Latest articles from "The Horn Book Magazine":

Designing Woman: The Achievement of Atha Tehon(March 1, 2015)

Sally M. Walker on Winnie(March 1, 2015)

You Nest Here with Me(March 1, 2015)

How to Pee: Potty Training for Boys(March 1, 2015)

A Dragon's Guide to the Care and Feeding of Humans(March 1, 2015)

Half Bad(March 1, 2015)

Stick and Stone(March 1, 2015)

Other interesting articles:

Fifty Shades of "Degrees of Gray in Philipsburg"
The Stranger (October 29, 2014)

The Green Goddess: A Play in Four Acts by William Archer
Nineteenth Century Theatre and Film (December 1, 2013)

National Dragster (February 27, 2015)

Masculine Women Feminine Men: Power Relations in Two Nigerian Plays by Women
Gender & Behaviour (June 1, 2014)

National Dragster (April 10, 2015)

THE 99 best splurges IN THE METRO under $10: Cheap Eats
Minnesota Monthly (March 1, 2010)

The Shooting Industry (October 1, 2012)

Publication: The Horn Book Magazine
Author: Smith, Robin L
Date published: September 1, 2011
Language: English
PMID: 28505
ISSN: 00185078
Journal code: IHBO

* Secrets at Sea by Richard Peck; illus. by Kelly Murphy Intermediate Dial 241 pp. 10/11 978-0-8037-3455-5 $16.99 g

The rodent world meets Upstairs, Downstairs in this rollicking comedy of manners that begs to be read aloud. Downstairs, we have the observant, careful oldest mouse sister Helena and her quite-a-bit-less-prudent siblings, running around in the night with God knows whom. Upstairs, the social-climbing human Cranstons are in a swivet over the spinster status of oldest daughter Olive. The Cranstons decide to take an ocean voyage to Europe hoping to snag a husband for Olive, and Helena realizes that (Heaven forbid! All that water!) the mice will have to go, too. Peck's droll take on human and mouse society is exquisite. Through Helena's meticulous observadons, he notes everything from Mrs. Cranston's beefy shoulders to elderly mouse Aunt Fannies bald patches and lone tooth - all enhanced by hilariously upended clichés ("quiet as a mouse," "herding cats," "cat out of the bag") and by Murphy's dandy and detailed pencil illustrations that add just the right air of royalty. The story moves along at a fine pace, fueled by snarky but playful comments about the lack of taste of the Upstairs Cranstons (hayseeds in overpriced taffeta), Olive's debilitating seasickness, and the soap opera that a sea voyage is, whether one is a human or a mouse. In true soap opera style, each character's destiny is revealed in the dramatic final chapters. Older sisters, mice or not, will enjoy the exciting and romantic ending in which both Olive and Helena choose their own unexpected fritures. Won't those younger sisters be surprised? ROBIN L. SMITH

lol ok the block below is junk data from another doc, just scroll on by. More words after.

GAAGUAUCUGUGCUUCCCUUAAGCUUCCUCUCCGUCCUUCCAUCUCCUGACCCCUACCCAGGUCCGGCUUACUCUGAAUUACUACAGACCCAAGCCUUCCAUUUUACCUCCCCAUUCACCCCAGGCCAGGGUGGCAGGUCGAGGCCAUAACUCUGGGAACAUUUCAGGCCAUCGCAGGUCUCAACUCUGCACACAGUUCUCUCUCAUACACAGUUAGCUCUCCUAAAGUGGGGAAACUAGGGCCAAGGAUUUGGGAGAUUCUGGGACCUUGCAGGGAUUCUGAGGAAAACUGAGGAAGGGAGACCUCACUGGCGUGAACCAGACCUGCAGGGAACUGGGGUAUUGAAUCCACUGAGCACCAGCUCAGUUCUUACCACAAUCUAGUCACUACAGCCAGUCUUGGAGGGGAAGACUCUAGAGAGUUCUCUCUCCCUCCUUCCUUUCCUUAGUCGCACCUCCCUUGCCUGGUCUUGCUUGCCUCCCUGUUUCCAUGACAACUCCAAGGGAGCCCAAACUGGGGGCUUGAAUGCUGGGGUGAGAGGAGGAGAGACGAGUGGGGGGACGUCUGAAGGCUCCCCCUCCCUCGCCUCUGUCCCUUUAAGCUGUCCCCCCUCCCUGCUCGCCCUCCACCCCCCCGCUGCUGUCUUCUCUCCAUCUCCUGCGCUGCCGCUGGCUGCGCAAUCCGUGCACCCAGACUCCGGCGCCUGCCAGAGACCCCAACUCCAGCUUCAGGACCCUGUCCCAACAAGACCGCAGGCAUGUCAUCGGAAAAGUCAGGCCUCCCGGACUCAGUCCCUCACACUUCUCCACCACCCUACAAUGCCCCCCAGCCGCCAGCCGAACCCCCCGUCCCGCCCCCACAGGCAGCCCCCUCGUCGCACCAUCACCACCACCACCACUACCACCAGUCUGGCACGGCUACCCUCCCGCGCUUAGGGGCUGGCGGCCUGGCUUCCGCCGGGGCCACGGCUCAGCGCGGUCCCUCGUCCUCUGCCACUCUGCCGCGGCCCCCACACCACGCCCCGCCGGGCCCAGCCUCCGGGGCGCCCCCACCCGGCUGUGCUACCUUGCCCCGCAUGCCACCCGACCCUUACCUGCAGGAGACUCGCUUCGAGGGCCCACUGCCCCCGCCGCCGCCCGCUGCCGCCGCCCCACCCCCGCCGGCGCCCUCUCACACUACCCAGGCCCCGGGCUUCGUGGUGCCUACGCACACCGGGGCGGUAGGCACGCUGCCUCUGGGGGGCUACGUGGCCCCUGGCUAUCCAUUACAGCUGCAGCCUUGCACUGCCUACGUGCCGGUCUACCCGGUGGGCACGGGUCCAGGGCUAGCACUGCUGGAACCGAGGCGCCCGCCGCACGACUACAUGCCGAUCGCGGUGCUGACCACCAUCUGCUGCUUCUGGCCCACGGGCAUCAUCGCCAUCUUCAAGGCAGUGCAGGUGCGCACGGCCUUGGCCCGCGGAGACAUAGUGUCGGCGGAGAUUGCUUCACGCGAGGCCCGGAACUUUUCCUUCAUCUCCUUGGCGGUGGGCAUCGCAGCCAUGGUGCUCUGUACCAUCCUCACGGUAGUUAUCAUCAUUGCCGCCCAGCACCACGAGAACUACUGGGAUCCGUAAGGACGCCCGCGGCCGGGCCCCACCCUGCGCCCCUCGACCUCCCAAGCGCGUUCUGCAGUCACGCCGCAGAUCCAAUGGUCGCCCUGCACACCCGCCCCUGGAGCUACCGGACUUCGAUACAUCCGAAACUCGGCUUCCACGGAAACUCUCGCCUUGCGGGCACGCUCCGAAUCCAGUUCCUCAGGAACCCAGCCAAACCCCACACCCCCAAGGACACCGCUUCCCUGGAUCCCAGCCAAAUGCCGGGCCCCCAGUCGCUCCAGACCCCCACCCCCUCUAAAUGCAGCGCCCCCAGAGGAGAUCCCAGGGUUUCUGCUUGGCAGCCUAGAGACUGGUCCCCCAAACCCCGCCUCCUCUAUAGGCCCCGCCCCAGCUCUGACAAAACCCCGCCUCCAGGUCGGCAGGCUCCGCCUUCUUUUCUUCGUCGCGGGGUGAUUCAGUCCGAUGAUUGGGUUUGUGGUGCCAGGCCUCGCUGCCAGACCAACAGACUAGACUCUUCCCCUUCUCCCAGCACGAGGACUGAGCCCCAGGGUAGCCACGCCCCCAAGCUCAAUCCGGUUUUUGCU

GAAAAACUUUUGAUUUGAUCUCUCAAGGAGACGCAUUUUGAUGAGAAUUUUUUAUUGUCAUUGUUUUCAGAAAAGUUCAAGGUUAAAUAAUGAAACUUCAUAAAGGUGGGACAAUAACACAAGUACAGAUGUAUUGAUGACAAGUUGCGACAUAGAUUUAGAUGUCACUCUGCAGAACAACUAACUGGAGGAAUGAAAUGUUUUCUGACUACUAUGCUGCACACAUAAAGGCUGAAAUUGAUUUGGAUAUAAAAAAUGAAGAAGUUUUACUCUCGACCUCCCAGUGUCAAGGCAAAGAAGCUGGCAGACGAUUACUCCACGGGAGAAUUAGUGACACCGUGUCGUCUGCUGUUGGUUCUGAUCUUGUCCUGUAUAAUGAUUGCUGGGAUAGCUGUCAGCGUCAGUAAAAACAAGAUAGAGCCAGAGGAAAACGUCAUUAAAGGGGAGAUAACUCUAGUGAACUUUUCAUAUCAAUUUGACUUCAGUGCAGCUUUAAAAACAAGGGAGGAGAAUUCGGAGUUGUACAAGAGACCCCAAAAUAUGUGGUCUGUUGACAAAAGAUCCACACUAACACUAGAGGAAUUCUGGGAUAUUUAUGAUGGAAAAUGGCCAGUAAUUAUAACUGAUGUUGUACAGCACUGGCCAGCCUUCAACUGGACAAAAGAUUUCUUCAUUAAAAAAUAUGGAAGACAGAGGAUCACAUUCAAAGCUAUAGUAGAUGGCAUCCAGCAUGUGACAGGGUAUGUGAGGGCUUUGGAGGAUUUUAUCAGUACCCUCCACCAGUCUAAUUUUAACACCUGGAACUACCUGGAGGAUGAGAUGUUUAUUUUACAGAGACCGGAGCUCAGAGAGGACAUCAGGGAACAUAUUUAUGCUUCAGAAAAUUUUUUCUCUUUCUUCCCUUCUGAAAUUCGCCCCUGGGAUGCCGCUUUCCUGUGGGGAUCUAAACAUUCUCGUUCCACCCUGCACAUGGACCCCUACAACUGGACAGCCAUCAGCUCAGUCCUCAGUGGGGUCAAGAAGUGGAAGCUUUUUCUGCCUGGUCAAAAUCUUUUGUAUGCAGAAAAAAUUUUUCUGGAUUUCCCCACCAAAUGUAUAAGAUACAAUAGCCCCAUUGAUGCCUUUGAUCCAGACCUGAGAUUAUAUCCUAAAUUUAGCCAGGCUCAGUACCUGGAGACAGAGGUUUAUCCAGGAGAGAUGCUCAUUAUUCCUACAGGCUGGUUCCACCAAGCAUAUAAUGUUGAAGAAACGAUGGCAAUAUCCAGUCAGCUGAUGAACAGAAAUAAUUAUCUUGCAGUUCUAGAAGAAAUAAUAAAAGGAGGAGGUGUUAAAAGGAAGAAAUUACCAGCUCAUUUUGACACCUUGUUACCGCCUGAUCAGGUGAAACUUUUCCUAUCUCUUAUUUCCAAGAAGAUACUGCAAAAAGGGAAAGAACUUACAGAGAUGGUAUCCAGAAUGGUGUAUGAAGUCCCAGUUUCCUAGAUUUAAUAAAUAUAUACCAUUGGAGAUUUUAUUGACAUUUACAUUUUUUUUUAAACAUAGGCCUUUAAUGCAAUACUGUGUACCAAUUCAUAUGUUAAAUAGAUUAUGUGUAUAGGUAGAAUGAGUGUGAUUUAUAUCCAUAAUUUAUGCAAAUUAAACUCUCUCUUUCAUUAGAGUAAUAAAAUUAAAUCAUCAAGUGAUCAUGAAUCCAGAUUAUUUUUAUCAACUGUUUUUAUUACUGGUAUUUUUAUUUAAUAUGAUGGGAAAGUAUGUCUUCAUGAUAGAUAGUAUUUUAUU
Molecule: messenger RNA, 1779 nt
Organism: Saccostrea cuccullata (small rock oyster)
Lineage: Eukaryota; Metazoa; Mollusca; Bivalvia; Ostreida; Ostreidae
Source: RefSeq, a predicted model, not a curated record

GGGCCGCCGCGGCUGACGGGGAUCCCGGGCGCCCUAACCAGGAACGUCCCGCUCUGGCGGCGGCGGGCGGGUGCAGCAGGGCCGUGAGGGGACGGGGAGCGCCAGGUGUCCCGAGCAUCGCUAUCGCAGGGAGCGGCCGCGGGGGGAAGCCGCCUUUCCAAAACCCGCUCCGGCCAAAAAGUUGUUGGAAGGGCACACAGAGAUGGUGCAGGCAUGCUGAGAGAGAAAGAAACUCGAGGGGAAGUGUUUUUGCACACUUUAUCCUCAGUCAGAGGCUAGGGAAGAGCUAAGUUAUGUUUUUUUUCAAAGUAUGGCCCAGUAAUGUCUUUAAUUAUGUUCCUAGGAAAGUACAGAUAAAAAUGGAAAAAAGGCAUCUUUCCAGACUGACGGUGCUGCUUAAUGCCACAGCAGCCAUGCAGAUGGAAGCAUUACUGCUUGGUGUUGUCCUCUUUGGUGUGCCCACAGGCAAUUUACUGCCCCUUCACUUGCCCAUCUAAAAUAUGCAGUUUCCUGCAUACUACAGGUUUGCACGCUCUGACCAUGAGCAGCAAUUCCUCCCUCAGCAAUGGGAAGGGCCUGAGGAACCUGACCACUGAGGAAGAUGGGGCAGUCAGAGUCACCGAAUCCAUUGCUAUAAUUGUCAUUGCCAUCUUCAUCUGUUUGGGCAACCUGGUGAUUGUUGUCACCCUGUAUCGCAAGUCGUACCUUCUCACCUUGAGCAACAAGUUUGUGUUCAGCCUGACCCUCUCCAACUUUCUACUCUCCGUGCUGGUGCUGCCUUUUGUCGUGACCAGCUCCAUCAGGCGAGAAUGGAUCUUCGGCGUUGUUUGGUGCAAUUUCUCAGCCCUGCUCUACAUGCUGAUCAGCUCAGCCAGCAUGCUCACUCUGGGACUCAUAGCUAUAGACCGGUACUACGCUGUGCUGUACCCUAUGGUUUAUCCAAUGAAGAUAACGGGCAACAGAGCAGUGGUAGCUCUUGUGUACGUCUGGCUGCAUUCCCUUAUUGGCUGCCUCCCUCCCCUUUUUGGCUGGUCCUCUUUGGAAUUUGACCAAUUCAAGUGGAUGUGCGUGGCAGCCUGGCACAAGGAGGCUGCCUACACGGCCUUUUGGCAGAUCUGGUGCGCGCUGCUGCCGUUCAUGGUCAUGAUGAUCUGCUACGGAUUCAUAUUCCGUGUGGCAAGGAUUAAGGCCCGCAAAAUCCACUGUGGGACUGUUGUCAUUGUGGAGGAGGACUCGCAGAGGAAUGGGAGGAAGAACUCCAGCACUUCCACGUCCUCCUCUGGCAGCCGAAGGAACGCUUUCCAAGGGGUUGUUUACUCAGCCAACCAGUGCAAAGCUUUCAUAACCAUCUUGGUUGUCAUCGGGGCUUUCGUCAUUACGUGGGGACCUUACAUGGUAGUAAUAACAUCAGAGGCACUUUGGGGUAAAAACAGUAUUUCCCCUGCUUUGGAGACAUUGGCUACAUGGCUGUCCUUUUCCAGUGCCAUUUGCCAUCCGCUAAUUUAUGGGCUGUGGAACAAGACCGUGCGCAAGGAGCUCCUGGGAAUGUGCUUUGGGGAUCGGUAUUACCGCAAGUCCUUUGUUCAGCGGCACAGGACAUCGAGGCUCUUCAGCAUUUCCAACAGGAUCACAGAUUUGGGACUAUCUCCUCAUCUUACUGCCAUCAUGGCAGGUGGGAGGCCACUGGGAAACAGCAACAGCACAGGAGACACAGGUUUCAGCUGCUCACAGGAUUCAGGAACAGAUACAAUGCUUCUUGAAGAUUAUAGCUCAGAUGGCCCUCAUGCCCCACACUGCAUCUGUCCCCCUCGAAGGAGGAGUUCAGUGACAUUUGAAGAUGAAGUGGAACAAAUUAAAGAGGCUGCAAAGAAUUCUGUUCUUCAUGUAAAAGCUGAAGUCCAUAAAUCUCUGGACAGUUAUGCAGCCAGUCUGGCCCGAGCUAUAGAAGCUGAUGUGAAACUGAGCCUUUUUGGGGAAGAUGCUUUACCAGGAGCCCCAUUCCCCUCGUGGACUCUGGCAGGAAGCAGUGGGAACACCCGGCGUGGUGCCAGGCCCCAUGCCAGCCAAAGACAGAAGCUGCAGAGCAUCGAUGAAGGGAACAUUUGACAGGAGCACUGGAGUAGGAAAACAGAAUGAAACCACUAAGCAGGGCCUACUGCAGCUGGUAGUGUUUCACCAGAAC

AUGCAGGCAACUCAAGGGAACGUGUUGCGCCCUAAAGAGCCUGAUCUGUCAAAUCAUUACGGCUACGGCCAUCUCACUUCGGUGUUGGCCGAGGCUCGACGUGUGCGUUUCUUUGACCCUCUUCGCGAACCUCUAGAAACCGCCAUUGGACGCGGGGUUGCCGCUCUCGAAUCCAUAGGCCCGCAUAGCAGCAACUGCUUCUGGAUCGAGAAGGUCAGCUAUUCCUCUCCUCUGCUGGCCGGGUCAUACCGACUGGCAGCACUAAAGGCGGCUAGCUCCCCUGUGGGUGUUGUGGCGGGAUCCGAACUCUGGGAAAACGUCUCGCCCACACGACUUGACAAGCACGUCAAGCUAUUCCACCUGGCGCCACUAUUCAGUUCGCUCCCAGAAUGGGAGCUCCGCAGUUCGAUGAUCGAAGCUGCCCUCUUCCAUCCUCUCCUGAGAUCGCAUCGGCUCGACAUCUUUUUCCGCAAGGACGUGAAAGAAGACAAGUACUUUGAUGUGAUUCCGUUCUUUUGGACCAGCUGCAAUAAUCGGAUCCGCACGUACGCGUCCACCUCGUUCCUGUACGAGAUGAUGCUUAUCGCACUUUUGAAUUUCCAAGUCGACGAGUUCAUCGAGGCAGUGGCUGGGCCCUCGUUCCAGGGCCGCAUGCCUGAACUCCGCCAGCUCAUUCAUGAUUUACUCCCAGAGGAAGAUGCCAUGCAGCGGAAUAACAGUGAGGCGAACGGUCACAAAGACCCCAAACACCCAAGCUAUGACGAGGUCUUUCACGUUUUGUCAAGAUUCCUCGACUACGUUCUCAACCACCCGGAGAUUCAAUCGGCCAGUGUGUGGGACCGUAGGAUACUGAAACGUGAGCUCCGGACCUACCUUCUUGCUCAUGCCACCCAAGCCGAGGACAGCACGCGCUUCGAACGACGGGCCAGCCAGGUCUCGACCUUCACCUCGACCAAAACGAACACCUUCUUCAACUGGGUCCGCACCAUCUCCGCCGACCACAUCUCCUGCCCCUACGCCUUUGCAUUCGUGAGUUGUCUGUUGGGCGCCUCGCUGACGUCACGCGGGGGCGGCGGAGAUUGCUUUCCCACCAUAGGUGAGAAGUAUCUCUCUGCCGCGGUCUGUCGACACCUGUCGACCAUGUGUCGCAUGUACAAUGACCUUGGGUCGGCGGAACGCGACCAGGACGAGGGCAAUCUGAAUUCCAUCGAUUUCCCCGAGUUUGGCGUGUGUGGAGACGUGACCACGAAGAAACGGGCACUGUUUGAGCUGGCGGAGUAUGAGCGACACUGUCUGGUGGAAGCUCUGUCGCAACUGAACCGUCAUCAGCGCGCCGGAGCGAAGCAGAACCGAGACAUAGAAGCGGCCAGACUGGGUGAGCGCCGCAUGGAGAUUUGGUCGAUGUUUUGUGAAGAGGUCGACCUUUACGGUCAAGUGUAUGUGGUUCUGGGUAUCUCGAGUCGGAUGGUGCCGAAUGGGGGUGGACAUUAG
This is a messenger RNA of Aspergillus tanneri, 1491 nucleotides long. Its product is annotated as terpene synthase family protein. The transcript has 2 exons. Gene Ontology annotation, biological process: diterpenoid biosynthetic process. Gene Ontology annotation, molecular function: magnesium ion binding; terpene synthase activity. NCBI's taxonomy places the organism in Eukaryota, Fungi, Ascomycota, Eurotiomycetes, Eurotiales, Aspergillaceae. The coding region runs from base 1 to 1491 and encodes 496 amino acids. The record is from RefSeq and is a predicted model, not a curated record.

The use of this website is subject to the following Terms of Use